Due to the simple execution of the experiments and the well-prepared learning material, the majority of the student groups, both in the younger and older courses (11th and 12th grade courses respectively), were able to perform the experiments successfully. Altogether, our impression was very positive. Since this project is dedicated to the students, we set up a survey in both courses at the end of the workshop.

The survey questioned whether or not the event was 1) informative and 2) enjoyable, with four possible answers from „Very much“ to „Not at all“. Here a small difference between the courses showed. While the more advanced course had an entirely positive response in both categories, the beginner course gave a bit more negative answer. With additional verbal feedback and our own impression we relate the slightly lower percentage of positive evaluations in the younger course to the fact that many basic skills were still missing, which required a more extensive introduction.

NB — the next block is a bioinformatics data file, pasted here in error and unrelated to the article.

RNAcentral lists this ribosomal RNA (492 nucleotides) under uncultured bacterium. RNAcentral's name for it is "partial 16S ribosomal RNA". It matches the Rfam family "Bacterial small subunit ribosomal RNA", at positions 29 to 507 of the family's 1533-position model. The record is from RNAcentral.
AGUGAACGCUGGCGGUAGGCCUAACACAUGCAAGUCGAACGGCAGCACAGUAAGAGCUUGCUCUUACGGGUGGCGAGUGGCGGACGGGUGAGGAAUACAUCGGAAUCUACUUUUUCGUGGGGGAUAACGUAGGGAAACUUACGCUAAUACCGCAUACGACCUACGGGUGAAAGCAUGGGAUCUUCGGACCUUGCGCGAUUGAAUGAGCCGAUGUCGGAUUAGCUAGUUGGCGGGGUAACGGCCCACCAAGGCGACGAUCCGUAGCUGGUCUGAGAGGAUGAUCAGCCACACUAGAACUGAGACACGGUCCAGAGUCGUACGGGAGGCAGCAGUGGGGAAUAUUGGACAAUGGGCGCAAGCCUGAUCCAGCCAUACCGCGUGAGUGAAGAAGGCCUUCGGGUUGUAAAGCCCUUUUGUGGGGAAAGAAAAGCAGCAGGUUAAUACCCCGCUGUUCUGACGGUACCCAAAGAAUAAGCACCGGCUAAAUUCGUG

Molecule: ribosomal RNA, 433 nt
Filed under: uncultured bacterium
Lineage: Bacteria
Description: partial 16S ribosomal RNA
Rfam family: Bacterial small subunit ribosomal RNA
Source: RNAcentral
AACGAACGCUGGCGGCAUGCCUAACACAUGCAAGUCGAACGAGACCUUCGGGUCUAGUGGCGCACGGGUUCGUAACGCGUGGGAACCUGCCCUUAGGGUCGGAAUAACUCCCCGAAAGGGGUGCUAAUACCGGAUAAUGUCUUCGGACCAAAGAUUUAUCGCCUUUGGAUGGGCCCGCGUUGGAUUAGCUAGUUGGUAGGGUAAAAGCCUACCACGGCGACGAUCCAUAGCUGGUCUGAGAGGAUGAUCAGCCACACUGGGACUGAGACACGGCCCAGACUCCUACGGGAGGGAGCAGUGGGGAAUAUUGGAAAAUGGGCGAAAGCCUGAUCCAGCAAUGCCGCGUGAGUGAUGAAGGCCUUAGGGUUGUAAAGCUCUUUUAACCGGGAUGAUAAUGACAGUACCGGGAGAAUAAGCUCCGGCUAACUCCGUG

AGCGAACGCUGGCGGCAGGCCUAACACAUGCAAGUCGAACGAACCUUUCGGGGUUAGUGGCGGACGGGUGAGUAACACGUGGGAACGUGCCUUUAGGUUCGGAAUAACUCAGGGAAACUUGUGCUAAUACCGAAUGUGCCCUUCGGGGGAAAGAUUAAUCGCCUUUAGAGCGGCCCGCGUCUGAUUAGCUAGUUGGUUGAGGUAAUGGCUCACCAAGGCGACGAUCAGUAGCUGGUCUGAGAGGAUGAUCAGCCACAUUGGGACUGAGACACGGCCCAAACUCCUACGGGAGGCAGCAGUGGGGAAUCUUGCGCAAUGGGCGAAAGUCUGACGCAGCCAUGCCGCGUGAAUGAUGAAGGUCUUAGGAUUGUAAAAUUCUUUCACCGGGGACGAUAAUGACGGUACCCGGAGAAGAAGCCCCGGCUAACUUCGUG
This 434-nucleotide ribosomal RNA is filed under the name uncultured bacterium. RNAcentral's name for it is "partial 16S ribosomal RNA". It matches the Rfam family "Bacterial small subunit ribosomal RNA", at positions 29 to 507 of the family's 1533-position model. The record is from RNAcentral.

For more Info about our project with GASB:

Read more

We are glad that after agreeing to our concept GASB decided to equip 18 courses with kits and pipettes, as well as financing the pilot project which will last 6 months. In order to effectively communicate this offer to the teachers, we are networking with MINT-EC and VBIO, the national excellence network of schools with an outstanding mathematics, science and technology profile. Two particularly committed members of our iGEM team, Tamina Kirsch and Sara Gilles, will act as mediators and contacts to ensure the long-term establishment of BioBits in German schools even after the end of the 2021 project.

For more Info about the BioBits experiment:

Read more

As a conclusion, we are very confident about the implementation and future of BioBits in German schools. With the funding plan through GASB and the positive feedback from students, we see a real enrichment for the biology curriculum. Educating our youth is the foundation for the future. And that is what we are committed to.